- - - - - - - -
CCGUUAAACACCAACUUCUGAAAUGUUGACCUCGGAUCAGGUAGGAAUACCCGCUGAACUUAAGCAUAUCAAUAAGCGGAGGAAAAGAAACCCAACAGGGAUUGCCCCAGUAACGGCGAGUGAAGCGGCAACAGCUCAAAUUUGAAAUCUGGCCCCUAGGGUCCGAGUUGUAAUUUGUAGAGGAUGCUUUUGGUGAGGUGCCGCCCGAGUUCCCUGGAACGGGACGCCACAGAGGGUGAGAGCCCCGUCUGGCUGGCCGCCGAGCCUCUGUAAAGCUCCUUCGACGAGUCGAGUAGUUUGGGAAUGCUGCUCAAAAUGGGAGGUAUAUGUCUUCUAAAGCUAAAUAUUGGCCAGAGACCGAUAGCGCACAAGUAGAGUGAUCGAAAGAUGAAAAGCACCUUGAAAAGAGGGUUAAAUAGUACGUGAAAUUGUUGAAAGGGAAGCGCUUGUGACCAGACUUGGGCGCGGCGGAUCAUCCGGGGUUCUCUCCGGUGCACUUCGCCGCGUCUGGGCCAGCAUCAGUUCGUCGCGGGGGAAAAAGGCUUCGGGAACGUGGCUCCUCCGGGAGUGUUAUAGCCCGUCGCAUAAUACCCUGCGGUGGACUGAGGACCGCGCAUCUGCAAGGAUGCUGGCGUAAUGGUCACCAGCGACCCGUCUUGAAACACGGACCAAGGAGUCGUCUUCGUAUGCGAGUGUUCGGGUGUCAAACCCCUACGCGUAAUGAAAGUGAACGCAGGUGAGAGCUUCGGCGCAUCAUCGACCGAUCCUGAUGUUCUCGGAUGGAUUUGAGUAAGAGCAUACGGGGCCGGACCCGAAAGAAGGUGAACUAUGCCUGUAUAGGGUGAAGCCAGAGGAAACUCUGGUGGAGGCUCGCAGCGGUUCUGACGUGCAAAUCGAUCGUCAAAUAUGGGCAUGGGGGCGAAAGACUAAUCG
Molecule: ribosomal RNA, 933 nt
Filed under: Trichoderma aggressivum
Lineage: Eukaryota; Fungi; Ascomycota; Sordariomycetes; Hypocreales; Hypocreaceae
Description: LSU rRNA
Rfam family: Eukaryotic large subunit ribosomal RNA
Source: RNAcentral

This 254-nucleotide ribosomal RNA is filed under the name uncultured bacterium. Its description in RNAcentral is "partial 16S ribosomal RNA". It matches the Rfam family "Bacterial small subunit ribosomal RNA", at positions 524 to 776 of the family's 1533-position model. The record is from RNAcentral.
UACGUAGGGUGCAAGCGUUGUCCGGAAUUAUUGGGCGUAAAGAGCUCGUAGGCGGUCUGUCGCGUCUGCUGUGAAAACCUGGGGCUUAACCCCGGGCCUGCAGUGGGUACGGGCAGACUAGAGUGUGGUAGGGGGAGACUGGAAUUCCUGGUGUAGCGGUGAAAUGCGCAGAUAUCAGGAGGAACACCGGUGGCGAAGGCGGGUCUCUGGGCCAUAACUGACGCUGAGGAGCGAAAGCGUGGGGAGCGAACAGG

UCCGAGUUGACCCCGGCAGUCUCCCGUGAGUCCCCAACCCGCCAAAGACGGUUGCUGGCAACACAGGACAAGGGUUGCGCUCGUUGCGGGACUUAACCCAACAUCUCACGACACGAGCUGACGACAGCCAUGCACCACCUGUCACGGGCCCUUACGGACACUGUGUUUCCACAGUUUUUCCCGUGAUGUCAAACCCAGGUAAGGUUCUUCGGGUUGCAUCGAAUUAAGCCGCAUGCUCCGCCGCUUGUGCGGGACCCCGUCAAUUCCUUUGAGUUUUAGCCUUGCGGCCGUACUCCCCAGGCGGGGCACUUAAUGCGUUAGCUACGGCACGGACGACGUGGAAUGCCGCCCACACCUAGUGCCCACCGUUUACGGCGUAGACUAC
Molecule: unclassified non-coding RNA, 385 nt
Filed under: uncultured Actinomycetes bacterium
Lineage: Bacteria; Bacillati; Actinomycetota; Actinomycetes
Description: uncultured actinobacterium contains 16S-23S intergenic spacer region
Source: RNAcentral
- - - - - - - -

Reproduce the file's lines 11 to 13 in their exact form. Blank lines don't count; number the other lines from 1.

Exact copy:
Molecule: unclassified non-coding RNA, 385 nt
Filed under: uncultured Actinomycetes bacterium
Lineage: Bacteria; Bacillati; Actinomycetota; Actinomycetes